She said the third scope includes adapting GW community member lifestyles to exclude plastics, and the fourth includes dialogue and engagement in the community about the ban. She added that the scopes will occur simultaneously.

Junior Jennifer Cuyuch, the co-president of Take Back the Tap, said the organization has been pushing officials to implement refill stations on campus and take plastic water bottles out of vending machines since 2018. She said students can take steps, like using a water filter and reusable water bottle, to reduce their plastic waste, but administrators should aid students in accessing the necessary reusable materials.

“It is a bit privileged to just be like, ‘Oh, you know, just get a hydro flask,’ for example,” she said. “A big part of this should come from the administration.”

Cuyuch added that the group is pushing for administrators to commit to a date by which GW will have phased out these plastics and said their plan for eliminating them was “very ambiguous.”

“It was like, ‘We’re going to do this,’ but they don’t necessarily say how they’re going to do it,” she said. “In the event they do actually have very specific actions that they want to take, we want to make sure that’s released to the public because people need to know so that they’re held accountable.”

Experts in sustainability on university campuses said eliminating disposable plastics on campus helps create a more sustainable world and the move should be paired with a committee to hold the University accountable to its goal.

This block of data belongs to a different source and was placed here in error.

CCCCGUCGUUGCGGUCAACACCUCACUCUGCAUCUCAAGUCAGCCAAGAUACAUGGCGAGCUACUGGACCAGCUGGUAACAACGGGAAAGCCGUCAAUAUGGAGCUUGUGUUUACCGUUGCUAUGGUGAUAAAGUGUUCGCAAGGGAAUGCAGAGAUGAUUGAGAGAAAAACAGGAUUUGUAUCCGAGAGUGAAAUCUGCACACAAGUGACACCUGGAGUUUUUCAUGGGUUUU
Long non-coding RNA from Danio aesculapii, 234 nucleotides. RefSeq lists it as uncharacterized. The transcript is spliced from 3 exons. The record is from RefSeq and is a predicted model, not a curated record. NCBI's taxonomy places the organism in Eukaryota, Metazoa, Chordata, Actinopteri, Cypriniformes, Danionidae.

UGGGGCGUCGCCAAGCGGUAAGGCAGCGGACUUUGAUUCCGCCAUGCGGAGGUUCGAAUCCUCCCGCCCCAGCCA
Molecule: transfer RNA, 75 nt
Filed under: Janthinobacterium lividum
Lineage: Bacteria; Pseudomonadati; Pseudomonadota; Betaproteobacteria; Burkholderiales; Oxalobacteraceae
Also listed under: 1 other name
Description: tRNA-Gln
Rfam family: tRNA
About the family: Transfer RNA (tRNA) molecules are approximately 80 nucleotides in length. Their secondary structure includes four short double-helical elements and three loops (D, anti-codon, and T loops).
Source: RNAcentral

Joseph Gardella, a professor of chemistry at the University of Buffalo, said these plastics are leading to “extraordinary impacts” on the environment and, eliminating them is just one step in the right direction.

“Getting rid of single-use plastics is just a part of the problem of reducing plastic waste, and while that will make people feel good, it’s not enough to really deal with the plastic waste that we have in the environment that is just having extraordinary impacts on freshwater systems, on the marine environment, on animals and even all the way down to single-celled organisms,” he said.

Officials formed the Single-Use Plastics Task Force at the start of the academic year, with Executive Vice President and Chief Financial Officer Mark Diaz as its organizer. The task force convened in September to develop a plan for the implementation of the ban, before submitting recommendations to officials in October.

Ryan Bell, the associate director of sustainability at the University of California Office of the President, said the UC system committed to eliminating disposable plastics in all 10 of its campuses. He said it’s easy to “pass a broad general sweeping policy that is aspirational” but the key to the policy’s success is in its implementation.

“The devil is really in the details,” Bell said. “You need to think through what plastics are being used, what alternatives are available and especially who should be brought into the conversation.”